Thursday, May 22. 2008
Friday was impromptu movie day at my home daycare. The children had seen a commercial for the movie E.T. all week on a station we watch regularly. They were enthralled by the commercial itself and asked if they could watch the movie when the network showed it. Unfortunately, it was going to be on at 7 P.M. which is after my daycare closes.
But hey! I have E.T. on videotape. Yes, videotape. I refuse to be ashamed of still watching the gazillion videos I own, so don't even start on calling me a technology dinosaur...
I was glad to be able to indulge the children's desire to see the movie during the course of the daycare day.
1. Even as a teen I knew that a bigger and better advertising blitz didn't necessarily guarantee a great movie.
2. When I am overexposed to a movie, I get bored before I even get to see it.
3. This independent thinker prefers to decide for myself which movies earn my admiration...thank you very much! I do not need have my opinions pre-packaged, then crammed down my throat.
So I finally saw E.T. when it came out on videotape, in the comfort of my own home. I'm happy to say I thoroughly enjoyed it, having had the luxury of making up my own mind!
Watching it after all these years with a three, four and five year old provided me a wonderful experience, almost more magical than the first time.
Since the plot is considerably more complex and intricate than their usual fare, I did everything I could to help them understand and follow along. (We even took a popcorn break and another "seventh inning stretch".) I sat with them throughout the entire movie as if I were another kid. I "oohed" and "aahed" at the appropriate moments, underscoring the action. I made sure to speak very loudly over the "Penis breath" comment and any other place when I remembered them using non-G-rated language. During the potentially confusing or scary parts, I narrated a simplified version so they could keep up with the storyline.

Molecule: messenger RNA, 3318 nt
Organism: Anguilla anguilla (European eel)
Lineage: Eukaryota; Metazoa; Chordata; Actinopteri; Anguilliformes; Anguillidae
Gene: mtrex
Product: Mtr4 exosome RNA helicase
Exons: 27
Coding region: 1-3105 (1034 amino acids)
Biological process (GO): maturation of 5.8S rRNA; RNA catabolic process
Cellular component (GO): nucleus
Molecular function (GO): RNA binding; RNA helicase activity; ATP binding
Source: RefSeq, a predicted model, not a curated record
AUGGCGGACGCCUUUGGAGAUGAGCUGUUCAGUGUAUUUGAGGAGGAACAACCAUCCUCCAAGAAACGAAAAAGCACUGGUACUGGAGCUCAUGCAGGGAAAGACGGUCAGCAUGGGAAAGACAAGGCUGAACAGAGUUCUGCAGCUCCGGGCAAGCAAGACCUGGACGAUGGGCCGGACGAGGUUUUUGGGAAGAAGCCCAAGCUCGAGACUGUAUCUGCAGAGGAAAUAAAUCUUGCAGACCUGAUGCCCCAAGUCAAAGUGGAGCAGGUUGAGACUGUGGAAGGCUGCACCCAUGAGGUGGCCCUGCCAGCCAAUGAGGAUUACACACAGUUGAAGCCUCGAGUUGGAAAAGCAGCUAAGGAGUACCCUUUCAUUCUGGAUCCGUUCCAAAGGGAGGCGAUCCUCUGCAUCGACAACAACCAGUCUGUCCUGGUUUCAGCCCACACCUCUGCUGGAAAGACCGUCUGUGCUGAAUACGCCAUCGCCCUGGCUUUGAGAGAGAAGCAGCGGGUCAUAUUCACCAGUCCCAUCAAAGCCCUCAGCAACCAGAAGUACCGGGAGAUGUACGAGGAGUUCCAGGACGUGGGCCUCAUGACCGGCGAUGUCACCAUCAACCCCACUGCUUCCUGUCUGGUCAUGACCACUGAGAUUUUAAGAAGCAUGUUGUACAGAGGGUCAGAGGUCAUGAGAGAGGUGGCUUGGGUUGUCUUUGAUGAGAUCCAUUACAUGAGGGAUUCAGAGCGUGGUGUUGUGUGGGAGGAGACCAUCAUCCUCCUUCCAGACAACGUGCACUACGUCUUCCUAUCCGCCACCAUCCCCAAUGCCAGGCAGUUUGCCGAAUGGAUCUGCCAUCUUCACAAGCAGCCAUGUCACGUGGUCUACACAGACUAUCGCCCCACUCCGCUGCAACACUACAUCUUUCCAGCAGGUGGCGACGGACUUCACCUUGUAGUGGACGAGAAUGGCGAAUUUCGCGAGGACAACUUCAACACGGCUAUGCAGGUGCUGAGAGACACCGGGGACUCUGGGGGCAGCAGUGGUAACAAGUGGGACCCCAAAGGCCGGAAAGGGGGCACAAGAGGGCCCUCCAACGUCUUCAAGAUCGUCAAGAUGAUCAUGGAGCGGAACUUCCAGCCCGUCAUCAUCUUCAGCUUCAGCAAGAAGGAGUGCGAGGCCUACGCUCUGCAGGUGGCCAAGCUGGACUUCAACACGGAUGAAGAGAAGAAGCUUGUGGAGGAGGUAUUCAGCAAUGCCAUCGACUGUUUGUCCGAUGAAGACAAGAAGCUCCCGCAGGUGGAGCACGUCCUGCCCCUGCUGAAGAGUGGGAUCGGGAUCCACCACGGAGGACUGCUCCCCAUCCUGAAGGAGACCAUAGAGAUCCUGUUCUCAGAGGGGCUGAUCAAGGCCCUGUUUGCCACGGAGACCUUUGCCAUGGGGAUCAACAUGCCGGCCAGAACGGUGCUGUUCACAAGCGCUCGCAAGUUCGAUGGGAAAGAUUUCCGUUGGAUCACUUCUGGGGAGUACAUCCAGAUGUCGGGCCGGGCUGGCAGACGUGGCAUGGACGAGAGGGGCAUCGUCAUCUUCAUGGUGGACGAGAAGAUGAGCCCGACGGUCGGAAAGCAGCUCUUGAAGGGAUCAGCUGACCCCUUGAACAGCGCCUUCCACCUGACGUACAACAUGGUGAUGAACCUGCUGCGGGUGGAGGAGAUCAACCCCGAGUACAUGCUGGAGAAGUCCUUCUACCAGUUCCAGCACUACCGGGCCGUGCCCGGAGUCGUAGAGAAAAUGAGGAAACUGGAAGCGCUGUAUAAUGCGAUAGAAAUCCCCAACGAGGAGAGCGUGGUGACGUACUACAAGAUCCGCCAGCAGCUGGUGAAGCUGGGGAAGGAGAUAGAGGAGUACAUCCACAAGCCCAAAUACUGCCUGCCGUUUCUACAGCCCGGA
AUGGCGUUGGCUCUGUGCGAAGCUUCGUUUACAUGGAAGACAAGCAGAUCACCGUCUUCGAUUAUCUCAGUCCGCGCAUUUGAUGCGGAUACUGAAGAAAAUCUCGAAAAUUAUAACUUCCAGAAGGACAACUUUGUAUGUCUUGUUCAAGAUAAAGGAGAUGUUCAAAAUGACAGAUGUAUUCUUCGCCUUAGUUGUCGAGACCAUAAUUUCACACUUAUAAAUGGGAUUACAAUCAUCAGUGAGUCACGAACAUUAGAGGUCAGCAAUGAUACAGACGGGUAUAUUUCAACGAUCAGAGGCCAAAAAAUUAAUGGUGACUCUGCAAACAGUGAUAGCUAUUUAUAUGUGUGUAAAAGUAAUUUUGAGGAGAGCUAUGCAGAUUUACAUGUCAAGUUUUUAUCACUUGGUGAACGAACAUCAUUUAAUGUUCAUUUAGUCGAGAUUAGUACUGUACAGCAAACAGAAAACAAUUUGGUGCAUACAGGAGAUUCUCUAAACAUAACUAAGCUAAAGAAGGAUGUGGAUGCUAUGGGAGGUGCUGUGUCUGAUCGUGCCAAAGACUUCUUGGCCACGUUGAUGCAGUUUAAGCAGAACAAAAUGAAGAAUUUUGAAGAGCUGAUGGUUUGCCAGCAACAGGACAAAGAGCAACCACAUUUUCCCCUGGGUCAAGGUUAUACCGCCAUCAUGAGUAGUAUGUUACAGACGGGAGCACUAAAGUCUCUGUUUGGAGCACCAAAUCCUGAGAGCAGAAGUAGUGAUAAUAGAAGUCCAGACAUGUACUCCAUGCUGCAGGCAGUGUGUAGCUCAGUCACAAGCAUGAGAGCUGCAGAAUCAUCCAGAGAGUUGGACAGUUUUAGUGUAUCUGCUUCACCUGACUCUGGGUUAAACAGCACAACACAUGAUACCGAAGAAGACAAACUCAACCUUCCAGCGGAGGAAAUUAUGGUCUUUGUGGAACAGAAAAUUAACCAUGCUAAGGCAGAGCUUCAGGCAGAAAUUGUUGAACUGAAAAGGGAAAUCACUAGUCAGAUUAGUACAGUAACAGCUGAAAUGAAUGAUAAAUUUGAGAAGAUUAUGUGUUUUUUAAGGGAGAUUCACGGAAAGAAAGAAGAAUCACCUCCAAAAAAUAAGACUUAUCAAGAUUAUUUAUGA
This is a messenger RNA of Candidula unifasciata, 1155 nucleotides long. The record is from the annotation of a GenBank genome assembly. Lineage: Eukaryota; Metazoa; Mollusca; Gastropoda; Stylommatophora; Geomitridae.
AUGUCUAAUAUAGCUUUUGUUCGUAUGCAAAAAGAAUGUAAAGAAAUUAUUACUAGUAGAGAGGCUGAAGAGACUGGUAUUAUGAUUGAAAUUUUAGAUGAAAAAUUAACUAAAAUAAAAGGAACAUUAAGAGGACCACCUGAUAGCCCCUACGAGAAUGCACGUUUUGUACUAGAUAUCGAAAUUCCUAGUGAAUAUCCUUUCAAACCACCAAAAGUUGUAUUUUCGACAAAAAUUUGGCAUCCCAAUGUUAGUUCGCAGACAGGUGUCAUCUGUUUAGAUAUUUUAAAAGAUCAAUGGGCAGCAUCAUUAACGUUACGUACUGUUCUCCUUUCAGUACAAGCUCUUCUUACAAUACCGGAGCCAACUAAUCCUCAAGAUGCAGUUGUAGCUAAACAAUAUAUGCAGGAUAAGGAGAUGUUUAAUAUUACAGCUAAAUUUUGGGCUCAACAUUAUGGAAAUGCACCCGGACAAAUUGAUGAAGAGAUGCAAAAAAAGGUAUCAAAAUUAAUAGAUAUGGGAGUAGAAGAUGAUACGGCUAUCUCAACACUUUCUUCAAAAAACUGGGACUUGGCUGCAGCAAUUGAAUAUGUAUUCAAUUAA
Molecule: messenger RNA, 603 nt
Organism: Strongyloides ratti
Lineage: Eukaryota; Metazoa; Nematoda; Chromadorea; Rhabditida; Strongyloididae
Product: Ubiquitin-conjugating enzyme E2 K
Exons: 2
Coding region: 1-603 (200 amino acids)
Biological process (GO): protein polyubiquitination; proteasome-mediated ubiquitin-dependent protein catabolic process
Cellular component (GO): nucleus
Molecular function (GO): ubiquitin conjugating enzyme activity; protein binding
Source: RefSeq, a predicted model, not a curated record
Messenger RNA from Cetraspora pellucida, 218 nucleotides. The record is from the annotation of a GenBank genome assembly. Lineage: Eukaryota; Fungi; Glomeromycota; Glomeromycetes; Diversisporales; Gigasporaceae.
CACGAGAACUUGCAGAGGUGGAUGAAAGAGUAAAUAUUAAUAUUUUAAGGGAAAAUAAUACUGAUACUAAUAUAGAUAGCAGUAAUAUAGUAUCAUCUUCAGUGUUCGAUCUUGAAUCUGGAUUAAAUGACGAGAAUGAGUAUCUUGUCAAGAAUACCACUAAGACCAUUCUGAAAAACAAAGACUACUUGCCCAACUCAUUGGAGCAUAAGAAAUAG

Afterward we discussed the themes of the movie: Non-verbal communication, friendship and loss. No one except me cried, but I think they had a great experience with their first mature movie (at daycare, at least). They gave E.T. their ultimate "Thumbs up" by asking, "Can we watch it again?" That's great for me...it's an enormous improvement over, well, just about everything else we watch!
I enjoyed the movie more than ever on this occasion with my little friends. For the first time, I watched with the mindset of a child because I was trying to think like a child in order to translate the action for them. It was a good state of mind to be in to gain a new level of appreciation for this wonderous movie.
At the very least, the children and I have a new gesture to share - the "Beeee goooood!" index finger touch.
I guess it didn't make a lasting impression on me.
p.s. I love that you OWN that bad boy -- the fact that you have it on videotape, not DVD!